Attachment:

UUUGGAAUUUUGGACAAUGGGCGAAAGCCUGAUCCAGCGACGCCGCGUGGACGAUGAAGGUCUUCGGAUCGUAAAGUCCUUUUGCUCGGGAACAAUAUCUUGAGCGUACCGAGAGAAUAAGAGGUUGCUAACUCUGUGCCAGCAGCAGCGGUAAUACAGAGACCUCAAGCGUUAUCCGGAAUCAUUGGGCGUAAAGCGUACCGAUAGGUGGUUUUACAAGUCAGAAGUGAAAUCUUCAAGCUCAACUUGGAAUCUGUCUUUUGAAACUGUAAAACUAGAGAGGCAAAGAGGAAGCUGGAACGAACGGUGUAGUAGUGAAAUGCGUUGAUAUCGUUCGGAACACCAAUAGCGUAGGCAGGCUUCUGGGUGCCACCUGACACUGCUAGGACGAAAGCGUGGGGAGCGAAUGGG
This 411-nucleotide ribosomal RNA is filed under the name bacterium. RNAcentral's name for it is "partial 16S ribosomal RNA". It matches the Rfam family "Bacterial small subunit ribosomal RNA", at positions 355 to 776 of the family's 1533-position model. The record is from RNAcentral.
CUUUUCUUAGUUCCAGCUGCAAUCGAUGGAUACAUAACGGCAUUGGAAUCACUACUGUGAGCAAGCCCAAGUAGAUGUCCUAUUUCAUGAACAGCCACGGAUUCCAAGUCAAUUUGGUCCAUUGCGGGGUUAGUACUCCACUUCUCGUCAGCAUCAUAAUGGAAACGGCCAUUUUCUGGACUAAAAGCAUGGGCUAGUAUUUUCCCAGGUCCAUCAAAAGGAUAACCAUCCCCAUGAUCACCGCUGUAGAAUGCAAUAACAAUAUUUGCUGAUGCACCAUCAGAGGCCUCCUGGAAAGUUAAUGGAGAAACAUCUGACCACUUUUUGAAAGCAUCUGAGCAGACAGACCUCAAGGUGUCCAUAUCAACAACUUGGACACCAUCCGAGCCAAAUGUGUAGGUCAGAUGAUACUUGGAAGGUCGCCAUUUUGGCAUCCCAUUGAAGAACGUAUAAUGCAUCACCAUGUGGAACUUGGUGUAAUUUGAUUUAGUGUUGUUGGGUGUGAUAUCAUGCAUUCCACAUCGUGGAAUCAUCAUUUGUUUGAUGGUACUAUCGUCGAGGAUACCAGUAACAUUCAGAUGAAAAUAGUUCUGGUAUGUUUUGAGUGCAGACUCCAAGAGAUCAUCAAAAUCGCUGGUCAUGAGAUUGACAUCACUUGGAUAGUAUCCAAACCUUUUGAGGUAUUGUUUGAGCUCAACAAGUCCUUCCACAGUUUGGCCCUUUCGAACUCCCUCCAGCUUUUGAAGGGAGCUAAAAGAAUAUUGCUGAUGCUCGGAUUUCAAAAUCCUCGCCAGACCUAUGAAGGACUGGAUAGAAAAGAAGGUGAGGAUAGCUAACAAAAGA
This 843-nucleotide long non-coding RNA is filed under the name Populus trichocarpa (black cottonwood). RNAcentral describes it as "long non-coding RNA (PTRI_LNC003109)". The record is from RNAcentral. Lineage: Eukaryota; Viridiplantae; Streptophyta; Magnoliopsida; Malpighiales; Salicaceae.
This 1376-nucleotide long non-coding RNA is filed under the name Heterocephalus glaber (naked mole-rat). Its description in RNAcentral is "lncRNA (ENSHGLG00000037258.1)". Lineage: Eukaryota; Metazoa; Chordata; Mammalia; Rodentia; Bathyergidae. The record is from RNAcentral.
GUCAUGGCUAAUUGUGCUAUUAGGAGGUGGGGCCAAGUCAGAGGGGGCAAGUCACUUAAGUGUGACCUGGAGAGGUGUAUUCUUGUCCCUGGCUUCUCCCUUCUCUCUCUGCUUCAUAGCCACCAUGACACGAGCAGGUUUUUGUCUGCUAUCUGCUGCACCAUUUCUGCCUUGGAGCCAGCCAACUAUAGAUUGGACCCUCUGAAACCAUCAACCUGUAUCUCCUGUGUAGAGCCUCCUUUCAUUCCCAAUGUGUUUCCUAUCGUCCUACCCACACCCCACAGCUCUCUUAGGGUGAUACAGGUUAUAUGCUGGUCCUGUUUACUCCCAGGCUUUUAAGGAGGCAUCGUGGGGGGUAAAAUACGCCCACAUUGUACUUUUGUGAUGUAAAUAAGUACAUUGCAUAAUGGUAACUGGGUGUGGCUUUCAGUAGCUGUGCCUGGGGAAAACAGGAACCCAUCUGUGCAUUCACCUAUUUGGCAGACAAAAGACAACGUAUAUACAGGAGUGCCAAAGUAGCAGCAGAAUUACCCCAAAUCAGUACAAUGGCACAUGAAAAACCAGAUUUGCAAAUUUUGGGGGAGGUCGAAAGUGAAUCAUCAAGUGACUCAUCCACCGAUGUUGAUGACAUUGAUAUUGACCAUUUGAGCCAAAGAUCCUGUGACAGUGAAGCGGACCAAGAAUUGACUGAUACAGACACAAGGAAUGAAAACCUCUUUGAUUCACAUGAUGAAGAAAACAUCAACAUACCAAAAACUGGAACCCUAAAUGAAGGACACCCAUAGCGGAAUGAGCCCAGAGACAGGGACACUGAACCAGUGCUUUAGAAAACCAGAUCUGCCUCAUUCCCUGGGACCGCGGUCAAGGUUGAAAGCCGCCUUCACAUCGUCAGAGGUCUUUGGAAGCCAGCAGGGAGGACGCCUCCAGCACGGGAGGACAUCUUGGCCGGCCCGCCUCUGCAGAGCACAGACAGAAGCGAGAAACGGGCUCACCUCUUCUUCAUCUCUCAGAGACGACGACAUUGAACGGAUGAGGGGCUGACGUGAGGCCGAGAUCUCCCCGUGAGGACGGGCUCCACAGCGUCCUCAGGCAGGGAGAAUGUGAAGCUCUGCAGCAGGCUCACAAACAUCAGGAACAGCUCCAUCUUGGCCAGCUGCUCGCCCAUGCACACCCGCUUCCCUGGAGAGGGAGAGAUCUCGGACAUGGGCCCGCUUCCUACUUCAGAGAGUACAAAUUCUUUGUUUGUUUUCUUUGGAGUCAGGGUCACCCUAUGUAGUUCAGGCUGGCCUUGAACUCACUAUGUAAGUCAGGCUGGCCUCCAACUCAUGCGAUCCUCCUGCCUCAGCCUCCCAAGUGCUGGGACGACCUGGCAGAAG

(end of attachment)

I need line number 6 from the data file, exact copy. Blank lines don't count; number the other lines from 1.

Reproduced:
GUCAUGGCUAAUUGUGCUAUUAGGAGGUGGGGCCAAGUCAGAGGGGGCAAGUCACUUAAGUGUGACCUGGAGAGGUGUAUUCUUGUCCCUGGCUUCUCCCUUCUCUCUCUGCUUCAUAGCCACCAUGACACGAGCAGGUUUUUGUCUGCUAUCUGCUGCACCAUUUCUGCCUUGGAGCCAGCCAACUAUAGAUUGGACCCUCUGAAACCAUCAACCUGUAUCUCCUGUGUAGAGCCUCCUUUCAUUCCCAAUGUGUUUCCUAUCGUCCUACCCACACCCCACAGCUCUCUUAGGGUGAUACAGGUUAUAUGCUGGUCCUGUUUACUCCCAGGCUUUUAAGGAGGCAUCGUGGGGGGUAAAAUACGCCCACAUUGUACUUUUGUGAUGUAAAUAAGUACAUUGCAUAAUGGUAACUGGGUGUGGCUUUCAGUAGCUGUGCCUGGGGAAAACAGGAACCCAUCUGUGCAUUCACCUAUUUGGCAGACAAAAGACAACGUAUAUACAGGAGUGCCAAAGUAGCAGCAGAAUUACCCCAAAUCAGUACAAUGGCACAUGAAAAACCAGAUUUGCAAAUUUUGGGGGAGGUCGAAAGUGAAUCAUCAAGUGACUCAUCCACCGAUGUUGAUGACAUUGAUAUUGACCAUUUGAGCCAAAGAUCCUGUGACAGUGAAGCGGACCAAGAAUUGACUGAUACAGACACAAGGAAUGAAAACCUCUUUGAUUCACAUGAUGAAGAAAACAUCAACAUACCAAAAACUGGAACCCUAAAUGAAGGACACCCAUAGCGGAAUGAGCCCAGAGACAGGGACACUGAACCAGUGCUUUAGAAAACCAGAUCUGCCUCAUUCCCUGGGACCGCGGUCAAGGUUGAAAGCCGCCUUCACAUCGUCAGAGGUCUUUGGAAGCCAGCAGGGAGGACGCCUCCAGCACGGGAGGACAUCUUGGCCGGCCCGCCUCUGCAGAGCACAGACAGAAGCGAGAAACGGGCUCACCUCUUCUUCAUCUCUCAGAGACGACGACAUUGAACGGAUGAGGGGCUGACGUGAGGCCGAGAUCUCCCCGUGAGGACGGGCUCCACAGCGUCCUCAGGCAGGGAGAAUGUGAAGCUCUGCAGCAGGCUCACAAACAUCAGGAACAGCUCCAUCUUGGCCAGCUGCUCGCCCAUGCACACCCGCUUCCCUGGAGAGGGAGAGAUCUCGGACAUGGGCCCGCUUCCUACUUCAGAGAGUACAAAUUCUUUGUUUGUUUUCUUUGGAGUCAGGGUCACCCUAUGUAGUUCAGGCUGGCCUUGAACUCACUAUGUAAGUCAGGCUGGCCUCCAACUCAUGCGAUCCUCCUGCCUCAGCCUCCCAAGUGCUGGGACGACCUGGCAGAAG